The only thing that this has to do with the following piece by Gail Collins is that we both mention the Red Sox. As always, she is insightful, entertaining, and able to ridicule someone without sounding negative.
Foreigners seem to have a difficult time understanding baseball. It is a rather simple game, which explains its appeal to Americans. I, on the other hand, do not understand cricket, from which baseball descends. Then again, I have never been to a game or let someone explain the rules. I simply cannot accept something as being a sport or game in which the players stop for afternoon tea. I enjoy afternoon tea, but in a plush London hotel with piano music accompaniment.
Many years ago, I discovered the below-reproduced document and added it to my collection of things I collect. I do not know the source and author. There must be someone out there that has wondered about or that needs to know this...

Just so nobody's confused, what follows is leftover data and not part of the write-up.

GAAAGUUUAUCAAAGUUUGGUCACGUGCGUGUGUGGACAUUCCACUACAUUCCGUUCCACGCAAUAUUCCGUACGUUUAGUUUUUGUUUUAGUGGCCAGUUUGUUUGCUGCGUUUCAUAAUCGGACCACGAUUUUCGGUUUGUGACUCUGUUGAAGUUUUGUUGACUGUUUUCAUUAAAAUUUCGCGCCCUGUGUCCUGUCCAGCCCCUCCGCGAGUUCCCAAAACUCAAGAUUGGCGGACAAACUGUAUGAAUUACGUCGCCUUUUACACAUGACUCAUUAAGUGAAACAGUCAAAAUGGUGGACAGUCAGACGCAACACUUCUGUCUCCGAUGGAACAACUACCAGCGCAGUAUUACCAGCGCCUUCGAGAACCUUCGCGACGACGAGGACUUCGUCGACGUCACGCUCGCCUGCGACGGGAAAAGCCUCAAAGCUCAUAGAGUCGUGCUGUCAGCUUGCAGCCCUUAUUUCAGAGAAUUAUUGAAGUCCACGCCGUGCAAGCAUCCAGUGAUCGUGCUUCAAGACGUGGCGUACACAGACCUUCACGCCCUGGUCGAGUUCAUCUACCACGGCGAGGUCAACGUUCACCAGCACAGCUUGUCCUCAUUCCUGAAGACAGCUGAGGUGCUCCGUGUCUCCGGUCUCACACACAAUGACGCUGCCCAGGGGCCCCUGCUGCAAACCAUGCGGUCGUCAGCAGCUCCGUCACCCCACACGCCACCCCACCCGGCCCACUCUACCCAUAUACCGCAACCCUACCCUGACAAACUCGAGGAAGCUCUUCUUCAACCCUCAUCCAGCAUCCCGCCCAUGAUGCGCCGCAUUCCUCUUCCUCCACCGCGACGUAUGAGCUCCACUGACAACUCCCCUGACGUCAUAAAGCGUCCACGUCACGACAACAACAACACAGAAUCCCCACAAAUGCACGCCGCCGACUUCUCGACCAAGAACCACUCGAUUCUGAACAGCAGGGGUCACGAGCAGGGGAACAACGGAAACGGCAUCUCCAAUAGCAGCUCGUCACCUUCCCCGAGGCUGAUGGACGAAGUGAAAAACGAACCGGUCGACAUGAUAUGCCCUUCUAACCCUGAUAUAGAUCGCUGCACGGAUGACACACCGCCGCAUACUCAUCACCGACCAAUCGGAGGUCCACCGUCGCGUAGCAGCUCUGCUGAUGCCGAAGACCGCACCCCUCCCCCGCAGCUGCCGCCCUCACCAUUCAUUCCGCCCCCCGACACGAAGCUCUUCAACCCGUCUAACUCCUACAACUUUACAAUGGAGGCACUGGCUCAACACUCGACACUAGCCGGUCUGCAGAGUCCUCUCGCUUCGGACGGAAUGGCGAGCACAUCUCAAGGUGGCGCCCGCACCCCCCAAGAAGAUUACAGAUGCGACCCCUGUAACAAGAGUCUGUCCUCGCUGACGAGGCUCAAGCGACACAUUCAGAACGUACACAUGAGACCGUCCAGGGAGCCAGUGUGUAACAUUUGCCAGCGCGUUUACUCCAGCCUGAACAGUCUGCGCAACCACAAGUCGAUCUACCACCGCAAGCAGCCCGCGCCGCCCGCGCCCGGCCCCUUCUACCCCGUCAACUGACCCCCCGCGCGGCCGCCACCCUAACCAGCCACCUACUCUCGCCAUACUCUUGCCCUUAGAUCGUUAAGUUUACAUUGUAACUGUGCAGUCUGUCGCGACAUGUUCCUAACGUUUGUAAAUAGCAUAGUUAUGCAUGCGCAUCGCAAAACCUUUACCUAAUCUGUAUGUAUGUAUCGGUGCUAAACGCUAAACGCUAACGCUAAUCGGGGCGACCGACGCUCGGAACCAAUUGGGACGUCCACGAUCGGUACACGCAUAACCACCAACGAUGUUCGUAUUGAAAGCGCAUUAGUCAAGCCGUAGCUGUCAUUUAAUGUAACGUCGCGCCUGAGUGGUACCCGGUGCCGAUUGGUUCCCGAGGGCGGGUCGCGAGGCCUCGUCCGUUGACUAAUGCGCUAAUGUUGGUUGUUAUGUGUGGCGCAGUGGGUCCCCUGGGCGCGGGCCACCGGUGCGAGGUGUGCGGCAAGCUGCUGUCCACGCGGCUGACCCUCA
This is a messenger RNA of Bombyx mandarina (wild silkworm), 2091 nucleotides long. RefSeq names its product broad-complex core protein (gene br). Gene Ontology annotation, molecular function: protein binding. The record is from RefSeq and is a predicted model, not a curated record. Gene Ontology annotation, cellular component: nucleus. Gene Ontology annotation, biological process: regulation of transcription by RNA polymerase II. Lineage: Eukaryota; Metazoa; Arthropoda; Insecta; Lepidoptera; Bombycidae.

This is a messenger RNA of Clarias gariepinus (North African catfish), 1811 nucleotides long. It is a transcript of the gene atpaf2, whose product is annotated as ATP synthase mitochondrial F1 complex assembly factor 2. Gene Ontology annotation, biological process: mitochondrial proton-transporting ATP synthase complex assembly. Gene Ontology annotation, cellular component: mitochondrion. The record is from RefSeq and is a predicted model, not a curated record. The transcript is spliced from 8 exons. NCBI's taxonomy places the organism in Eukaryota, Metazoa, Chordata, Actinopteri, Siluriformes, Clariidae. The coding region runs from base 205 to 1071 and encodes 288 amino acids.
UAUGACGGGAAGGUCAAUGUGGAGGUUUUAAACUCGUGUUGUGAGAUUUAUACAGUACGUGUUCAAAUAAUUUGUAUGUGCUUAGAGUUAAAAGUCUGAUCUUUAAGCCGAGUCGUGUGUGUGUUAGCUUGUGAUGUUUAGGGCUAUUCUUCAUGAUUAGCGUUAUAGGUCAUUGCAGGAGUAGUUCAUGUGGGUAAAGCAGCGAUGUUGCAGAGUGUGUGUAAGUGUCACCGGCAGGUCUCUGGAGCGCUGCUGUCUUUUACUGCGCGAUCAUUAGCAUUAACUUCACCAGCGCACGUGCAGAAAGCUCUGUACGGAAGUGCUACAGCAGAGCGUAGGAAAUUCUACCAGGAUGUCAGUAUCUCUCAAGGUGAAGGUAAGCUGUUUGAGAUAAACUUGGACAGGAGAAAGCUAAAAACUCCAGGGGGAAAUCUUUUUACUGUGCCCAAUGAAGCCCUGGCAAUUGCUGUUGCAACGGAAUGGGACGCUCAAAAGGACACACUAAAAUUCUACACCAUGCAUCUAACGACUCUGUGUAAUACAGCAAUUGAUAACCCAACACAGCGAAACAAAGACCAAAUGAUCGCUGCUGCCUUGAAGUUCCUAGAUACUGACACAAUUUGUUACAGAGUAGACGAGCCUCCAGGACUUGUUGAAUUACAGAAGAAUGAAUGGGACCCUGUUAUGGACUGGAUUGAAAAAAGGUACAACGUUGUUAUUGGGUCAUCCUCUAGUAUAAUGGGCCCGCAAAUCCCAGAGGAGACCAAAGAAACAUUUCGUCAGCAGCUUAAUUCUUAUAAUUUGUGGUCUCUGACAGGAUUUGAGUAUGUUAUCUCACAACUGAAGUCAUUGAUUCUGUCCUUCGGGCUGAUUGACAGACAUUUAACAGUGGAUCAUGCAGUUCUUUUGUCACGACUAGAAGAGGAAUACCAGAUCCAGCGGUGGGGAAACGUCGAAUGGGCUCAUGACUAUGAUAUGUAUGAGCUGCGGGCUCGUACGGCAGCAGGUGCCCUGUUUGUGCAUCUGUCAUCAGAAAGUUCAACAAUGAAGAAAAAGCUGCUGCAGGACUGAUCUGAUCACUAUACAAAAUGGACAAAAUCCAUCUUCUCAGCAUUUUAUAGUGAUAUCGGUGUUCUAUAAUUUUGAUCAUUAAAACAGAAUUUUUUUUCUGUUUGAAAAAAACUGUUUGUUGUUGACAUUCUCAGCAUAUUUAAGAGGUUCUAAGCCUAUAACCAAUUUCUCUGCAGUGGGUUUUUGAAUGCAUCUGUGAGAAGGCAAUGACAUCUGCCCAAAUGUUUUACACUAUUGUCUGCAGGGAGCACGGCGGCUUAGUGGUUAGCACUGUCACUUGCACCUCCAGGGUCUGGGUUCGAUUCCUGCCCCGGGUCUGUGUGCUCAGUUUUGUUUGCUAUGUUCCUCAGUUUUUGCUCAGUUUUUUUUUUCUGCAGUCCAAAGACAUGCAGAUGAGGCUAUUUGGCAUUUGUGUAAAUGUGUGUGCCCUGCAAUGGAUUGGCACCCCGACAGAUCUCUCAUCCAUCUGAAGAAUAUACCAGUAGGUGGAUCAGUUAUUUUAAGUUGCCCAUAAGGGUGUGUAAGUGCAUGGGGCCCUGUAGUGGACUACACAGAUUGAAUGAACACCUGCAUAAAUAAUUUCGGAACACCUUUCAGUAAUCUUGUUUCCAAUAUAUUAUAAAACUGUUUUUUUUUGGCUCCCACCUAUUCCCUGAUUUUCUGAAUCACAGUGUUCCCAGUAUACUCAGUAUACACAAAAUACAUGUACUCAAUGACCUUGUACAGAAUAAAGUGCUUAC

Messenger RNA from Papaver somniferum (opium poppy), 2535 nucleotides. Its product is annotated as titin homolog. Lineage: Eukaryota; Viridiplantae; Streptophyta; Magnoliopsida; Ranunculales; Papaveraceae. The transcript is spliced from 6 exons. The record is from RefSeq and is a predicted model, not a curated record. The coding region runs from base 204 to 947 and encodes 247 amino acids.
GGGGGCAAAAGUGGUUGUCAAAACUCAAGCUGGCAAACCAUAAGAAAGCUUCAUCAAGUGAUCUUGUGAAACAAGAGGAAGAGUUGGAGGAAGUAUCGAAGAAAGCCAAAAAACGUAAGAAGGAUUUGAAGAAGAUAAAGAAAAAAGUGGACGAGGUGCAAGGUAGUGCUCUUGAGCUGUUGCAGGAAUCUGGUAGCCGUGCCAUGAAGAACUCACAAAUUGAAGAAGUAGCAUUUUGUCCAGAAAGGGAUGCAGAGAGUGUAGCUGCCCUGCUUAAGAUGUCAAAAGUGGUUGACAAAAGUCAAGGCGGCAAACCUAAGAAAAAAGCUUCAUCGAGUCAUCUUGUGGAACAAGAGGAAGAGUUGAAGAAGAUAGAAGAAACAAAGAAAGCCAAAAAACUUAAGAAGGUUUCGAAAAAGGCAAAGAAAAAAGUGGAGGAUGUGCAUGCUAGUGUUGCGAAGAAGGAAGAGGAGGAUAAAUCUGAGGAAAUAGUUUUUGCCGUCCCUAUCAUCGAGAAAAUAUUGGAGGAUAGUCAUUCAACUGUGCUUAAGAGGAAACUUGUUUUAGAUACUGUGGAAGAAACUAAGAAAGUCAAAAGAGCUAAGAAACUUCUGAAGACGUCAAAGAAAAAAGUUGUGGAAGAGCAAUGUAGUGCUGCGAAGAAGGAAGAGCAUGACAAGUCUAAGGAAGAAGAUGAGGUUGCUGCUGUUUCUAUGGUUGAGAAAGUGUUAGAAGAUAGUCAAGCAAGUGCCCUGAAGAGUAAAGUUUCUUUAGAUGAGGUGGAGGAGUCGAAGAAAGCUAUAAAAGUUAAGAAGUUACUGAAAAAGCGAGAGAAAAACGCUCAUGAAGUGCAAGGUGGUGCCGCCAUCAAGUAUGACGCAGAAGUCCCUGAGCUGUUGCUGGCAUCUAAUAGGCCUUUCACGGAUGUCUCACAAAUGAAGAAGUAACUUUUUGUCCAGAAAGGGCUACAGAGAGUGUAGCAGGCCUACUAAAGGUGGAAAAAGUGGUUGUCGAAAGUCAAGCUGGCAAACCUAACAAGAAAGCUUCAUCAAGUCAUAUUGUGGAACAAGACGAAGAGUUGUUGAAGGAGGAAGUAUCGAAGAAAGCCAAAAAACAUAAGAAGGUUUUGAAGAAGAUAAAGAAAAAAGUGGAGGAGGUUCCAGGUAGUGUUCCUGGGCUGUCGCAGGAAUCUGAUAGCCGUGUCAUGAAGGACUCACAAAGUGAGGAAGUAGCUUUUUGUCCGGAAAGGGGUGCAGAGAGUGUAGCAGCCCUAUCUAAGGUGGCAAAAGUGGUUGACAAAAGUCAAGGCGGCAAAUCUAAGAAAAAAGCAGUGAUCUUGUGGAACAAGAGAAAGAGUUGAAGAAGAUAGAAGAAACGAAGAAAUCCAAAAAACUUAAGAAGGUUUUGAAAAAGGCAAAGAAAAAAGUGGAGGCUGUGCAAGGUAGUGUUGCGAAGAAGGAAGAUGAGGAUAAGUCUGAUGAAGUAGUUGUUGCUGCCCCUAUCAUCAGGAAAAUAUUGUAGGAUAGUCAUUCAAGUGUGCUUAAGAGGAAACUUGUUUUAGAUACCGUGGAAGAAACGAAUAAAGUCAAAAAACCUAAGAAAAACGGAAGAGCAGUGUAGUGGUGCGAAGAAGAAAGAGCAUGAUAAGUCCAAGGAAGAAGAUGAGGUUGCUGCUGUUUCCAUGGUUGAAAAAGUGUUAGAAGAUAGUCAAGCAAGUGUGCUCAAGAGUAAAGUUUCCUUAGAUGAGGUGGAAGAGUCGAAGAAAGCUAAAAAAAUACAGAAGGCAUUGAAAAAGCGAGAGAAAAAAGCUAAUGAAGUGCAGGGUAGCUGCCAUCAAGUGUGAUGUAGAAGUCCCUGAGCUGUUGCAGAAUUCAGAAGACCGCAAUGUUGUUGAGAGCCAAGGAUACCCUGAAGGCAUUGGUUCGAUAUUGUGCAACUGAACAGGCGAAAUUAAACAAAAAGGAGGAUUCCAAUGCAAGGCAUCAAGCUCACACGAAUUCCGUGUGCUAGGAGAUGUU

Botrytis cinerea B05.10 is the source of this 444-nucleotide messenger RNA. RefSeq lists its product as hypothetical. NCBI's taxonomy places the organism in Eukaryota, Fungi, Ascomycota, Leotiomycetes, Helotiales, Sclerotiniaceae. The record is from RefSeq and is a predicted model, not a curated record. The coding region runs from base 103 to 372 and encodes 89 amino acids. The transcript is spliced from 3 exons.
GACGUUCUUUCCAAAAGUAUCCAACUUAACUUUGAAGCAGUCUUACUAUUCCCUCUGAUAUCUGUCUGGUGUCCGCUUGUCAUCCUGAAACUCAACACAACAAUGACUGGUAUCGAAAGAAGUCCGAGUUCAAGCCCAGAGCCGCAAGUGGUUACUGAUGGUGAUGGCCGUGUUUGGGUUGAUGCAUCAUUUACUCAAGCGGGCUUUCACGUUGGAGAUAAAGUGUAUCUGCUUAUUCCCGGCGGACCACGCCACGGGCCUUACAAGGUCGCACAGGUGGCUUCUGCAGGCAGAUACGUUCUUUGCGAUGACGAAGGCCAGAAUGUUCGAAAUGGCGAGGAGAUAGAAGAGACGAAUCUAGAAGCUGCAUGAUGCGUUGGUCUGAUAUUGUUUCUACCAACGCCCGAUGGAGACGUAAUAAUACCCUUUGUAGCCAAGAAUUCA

(as explained to a foreign visitor)
You have two sides: one out in the field and one in.
Each man that’s on the side that’s in goes out and when he’s out he comes in and the next man goes in until he’s out.
When three men are out the side that’s out comes in and the side that’s been in goes out and tries to get those coming in out.
Sometimes you get men still in and not out.
When both sides have been in and out nine times, including not outs,
That’s the end of the game.
I must admit that I understood the game much better before reading this. It helps to grow up playing baseball. Doing is easier than teaching....
Prior to writing novels, the author enjoyed a multifaceted career: from decorated combat aviator to advertising professional to global communications director of a major consumer brand. He has traveled the world and met sports, film and television stars, political leaders, and royalty. He graduated from Middlebury College, is married, lives in Germany, and has two grown children.